“I was unique and different because being in the band was something I did to have fun, to release stress and create emotion. I still played basketball, got recruited in college [for football] and was still considered ‘cool’ by others. My band director and I singlehandedly changed the direction of our program – we were strictly a competition band when I started, but then we decided we wanted to hype and entertain the crowd. My high school band to this day is a show band – people don’t look at them as nerds or geeks. I wasn’t the brightest – to this day I can’t read music. I went out there and made it fun. I was the only black kid in my band – there were only 37 minorities out of 1500 in my school, and that made me stick out even more. It gave me a determination to dispel that rumor about band geeks. I think it’s ridiculous. If people stepped away from this socially perceived myth, they’d realize people in the band are actually pretty cool,” Scruggs says.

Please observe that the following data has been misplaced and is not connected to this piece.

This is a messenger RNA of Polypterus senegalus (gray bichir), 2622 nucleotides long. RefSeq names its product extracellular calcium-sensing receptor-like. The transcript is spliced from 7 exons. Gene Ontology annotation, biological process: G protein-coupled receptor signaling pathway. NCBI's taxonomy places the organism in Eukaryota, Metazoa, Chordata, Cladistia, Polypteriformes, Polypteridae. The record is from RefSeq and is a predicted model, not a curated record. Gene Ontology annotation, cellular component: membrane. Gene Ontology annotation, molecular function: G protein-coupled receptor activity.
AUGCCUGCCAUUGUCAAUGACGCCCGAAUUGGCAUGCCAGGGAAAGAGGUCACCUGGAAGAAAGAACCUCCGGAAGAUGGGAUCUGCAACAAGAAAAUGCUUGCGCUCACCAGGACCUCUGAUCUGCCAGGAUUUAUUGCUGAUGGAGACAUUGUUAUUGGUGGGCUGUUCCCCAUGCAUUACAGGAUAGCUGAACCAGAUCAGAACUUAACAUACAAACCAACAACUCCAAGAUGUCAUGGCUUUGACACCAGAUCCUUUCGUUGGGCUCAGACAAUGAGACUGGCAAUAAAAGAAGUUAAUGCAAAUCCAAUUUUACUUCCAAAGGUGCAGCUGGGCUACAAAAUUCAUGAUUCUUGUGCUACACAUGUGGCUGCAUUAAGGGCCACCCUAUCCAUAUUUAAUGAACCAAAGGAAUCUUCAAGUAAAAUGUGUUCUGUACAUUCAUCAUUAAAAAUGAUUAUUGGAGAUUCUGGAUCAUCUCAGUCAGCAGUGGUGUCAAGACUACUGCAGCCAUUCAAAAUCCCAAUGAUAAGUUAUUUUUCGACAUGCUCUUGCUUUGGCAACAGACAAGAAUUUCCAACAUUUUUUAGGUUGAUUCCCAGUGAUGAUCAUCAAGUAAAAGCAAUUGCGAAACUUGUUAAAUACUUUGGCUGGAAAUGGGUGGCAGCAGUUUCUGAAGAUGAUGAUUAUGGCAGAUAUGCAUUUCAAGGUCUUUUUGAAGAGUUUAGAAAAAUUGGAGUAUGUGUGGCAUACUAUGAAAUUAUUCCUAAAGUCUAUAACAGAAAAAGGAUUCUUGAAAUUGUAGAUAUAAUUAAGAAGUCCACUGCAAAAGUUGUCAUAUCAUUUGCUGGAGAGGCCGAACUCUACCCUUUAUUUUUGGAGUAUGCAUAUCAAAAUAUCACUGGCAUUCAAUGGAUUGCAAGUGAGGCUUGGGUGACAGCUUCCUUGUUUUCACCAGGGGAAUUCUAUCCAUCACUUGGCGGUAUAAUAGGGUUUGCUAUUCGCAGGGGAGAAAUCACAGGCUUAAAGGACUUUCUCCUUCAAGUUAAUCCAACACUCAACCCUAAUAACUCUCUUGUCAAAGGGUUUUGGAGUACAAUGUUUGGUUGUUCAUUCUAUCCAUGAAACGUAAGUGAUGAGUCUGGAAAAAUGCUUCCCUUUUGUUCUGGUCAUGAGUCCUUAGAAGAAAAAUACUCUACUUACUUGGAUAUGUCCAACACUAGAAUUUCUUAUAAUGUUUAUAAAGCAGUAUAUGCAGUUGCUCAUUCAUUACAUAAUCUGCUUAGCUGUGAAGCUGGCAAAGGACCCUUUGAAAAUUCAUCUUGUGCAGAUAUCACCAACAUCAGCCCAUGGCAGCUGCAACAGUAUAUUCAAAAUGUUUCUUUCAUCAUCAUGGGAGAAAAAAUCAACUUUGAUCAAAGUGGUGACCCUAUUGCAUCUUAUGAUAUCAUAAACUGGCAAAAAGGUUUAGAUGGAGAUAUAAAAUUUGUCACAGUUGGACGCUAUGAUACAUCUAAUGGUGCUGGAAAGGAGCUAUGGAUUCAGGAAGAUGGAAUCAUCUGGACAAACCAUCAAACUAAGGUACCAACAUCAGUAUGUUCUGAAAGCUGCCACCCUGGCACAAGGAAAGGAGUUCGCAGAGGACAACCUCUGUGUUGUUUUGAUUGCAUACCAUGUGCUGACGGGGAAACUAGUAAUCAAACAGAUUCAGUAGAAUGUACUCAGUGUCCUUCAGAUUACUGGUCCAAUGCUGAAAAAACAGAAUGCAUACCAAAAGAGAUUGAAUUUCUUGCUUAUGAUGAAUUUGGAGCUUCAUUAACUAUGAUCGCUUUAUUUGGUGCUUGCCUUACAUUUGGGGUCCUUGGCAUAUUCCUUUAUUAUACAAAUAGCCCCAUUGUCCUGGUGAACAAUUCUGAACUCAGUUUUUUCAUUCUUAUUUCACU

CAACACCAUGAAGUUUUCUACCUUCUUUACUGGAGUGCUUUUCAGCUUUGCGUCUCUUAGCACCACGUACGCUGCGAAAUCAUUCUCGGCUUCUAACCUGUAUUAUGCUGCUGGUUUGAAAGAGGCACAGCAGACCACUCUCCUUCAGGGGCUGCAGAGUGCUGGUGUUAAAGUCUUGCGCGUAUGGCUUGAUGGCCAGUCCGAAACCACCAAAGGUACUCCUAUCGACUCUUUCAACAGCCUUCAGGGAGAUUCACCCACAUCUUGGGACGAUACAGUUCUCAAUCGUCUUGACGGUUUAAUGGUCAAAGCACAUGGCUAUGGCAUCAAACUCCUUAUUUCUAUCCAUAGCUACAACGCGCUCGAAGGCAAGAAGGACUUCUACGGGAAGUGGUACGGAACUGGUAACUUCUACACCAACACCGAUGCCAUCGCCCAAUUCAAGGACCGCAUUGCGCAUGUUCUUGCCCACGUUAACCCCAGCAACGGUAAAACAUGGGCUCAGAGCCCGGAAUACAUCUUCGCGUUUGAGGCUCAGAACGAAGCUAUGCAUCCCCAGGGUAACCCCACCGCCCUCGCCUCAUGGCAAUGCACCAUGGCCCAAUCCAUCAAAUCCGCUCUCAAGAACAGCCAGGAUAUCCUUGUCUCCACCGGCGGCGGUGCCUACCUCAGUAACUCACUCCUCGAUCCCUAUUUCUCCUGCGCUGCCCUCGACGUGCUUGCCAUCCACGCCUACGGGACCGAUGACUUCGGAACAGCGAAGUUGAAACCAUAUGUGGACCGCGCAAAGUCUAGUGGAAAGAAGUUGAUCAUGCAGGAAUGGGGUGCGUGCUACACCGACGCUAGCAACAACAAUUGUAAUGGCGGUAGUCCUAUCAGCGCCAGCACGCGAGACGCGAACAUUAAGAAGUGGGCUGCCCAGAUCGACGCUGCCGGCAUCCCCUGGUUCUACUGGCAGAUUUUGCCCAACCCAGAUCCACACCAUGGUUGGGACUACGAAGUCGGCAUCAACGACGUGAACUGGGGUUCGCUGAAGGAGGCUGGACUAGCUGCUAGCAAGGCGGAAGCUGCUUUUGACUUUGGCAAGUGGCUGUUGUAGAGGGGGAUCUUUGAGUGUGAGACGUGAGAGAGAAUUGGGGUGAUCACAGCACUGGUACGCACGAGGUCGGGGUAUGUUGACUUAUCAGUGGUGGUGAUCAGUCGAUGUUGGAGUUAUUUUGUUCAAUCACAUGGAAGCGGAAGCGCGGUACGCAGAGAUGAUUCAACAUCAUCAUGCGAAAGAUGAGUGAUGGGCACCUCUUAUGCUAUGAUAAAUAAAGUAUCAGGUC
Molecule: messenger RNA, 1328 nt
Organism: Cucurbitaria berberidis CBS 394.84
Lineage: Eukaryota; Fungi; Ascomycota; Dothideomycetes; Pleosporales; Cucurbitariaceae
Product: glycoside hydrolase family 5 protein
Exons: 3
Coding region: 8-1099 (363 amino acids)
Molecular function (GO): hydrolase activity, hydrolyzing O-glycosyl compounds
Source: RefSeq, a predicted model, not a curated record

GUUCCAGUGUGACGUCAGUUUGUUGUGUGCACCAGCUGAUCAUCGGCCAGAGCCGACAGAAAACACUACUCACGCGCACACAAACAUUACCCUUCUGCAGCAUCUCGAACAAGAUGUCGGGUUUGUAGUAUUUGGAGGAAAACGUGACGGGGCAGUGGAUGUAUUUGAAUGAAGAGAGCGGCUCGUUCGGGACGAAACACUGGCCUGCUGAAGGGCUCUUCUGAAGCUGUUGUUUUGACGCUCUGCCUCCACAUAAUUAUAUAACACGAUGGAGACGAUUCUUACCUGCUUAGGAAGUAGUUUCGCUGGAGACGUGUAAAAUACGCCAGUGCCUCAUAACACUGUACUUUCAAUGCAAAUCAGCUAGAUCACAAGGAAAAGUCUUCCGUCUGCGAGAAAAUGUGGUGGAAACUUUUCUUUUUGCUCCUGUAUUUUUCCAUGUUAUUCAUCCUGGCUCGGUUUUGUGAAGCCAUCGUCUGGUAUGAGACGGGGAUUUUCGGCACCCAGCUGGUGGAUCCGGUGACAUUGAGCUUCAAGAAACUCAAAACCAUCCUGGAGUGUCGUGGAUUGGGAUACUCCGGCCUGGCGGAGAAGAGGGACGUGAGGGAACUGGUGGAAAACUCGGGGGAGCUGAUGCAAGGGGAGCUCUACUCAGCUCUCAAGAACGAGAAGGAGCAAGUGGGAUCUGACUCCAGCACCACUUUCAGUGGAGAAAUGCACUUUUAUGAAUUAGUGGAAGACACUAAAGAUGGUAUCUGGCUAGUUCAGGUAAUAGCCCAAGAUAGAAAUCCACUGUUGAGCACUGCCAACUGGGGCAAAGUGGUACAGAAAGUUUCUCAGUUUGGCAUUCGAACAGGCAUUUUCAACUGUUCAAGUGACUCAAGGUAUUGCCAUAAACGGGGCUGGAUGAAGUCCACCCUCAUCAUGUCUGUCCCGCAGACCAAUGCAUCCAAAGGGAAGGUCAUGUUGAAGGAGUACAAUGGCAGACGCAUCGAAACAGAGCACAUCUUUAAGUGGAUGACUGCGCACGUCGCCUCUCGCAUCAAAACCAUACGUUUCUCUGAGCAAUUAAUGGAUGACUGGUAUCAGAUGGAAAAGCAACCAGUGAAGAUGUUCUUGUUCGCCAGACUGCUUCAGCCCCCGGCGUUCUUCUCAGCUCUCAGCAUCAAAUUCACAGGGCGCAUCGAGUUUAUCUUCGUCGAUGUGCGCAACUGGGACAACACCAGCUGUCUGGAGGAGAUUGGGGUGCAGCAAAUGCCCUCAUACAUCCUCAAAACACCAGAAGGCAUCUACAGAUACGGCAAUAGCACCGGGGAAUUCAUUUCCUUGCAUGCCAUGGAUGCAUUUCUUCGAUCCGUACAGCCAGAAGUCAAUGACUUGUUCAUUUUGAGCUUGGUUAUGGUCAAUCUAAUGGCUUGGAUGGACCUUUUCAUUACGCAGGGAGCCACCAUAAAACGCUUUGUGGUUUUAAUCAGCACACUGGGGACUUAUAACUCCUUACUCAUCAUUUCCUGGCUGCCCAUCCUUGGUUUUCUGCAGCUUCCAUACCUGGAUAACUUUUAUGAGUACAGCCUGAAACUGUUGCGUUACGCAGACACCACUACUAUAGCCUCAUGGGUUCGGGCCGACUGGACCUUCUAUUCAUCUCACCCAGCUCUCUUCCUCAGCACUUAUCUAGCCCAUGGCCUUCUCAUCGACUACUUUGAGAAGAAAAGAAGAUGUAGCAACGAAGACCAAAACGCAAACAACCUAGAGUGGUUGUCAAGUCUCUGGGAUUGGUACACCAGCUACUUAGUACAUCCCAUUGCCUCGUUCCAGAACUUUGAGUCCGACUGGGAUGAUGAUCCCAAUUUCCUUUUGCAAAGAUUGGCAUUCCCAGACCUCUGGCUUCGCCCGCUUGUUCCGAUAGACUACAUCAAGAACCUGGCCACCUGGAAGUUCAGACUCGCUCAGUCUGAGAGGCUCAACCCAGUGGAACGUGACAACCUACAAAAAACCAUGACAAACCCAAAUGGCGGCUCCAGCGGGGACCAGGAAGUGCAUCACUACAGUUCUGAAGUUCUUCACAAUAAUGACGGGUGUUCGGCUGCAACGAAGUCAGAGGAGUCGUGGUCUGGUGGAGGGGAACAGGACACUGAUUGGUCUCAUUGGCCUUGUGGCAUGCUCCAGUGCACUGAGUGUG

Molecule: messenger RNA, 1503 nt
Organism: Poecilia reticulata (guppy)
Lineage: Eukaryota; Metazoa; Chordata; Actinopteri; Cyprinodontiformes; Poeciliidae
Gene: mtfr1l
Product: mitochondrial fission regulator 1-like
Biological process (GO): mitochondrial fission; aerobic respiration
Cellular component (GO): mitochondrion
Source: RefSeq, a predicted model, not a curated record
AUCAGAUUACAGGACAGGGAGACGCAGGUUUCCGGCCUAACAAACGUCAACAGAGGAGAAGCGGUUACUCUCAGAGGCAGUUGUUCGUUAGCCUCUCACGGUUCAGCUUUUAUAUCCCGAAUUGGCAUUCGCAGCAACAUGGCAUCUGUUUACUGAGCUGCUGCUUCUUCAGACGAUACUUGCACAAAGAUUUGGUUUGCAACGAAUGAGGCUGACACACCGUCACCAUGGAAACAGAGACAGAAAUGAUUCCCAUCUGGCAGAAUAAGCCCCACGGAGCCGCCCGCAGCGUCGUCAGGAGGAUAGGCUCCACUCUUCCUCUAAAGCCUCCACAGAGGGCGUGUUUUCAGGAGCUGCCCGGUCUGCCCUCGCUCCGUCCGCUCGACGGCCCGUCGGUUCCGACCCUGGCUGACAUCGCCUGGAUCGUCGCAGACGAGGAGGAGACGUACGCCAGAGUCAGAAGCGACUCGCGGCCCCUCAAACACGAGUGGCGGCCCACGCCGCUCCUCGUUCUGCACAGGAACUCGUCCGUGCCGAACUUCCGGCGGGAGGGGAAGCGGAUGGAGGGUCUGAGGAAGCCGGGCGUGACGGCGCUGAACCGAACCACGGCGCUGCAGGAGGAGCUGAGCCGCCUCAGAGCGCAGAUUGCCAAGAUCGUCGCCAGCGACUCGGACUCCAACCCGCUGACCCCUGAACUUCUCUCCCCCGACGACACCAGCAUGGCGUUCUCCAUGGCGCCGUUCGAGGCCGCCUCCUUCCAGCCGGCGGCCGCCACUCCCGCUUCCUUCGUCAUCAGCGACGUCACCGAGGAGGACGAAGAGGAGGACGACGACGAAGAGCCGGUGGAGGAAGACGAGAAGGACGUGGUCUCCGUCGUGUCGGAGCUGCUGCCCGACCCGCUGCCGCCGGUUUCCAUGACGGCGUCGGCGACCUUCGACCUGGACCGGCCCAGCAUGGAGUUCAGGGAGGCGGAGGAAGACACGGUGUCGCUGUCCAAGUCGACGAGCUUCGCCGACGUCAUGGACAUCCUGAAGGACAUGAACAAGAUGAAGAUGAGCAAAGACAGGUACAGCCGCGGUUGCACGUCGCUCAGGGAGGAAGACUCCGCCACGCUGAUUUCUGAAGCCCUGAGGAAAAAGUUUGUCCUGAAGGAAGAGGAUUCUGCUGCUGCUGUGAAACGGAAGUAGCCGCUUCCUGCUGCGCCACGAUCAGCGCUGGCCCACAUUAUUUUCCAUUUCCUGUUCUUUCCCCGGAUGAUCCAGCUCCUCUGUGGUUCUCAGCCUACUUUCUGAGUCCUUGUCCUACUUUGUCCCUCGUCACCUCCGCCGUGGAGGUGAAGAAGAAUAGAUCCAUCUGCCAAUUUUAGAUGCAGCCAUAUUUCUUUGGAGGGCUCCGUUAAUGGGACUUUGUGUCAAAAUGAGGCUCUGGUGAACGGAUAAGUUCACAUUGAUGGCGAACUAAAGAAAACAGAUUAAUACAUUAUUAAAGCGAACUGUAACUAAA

But surely you can understand why some folks draw the parallel between bands and geeks, I asked?

“Take Dan Lewis, class president of my high school for example,” Scruggs explains. “He was the biggest comedian in school and he was in the marching band. You don’t become class president if you’re not cool or popular, do you?” Scruggs counters. “He made everybody crack up and they always wanted to be around him, and he was in the band.”

Point taken. What about a nerdy athlete, surely you know a few?

Luke Kuechly,” Scruggs says laughing.

“People see him on the field and he’s this dominant football player, but in school he walked around with his pants a little too high. He was always studying, all he cared about was school – he was a dork – he didn’t go out, didn’t party, but people see him on the football field and assume he’s got this cool factor,” Scruggs says.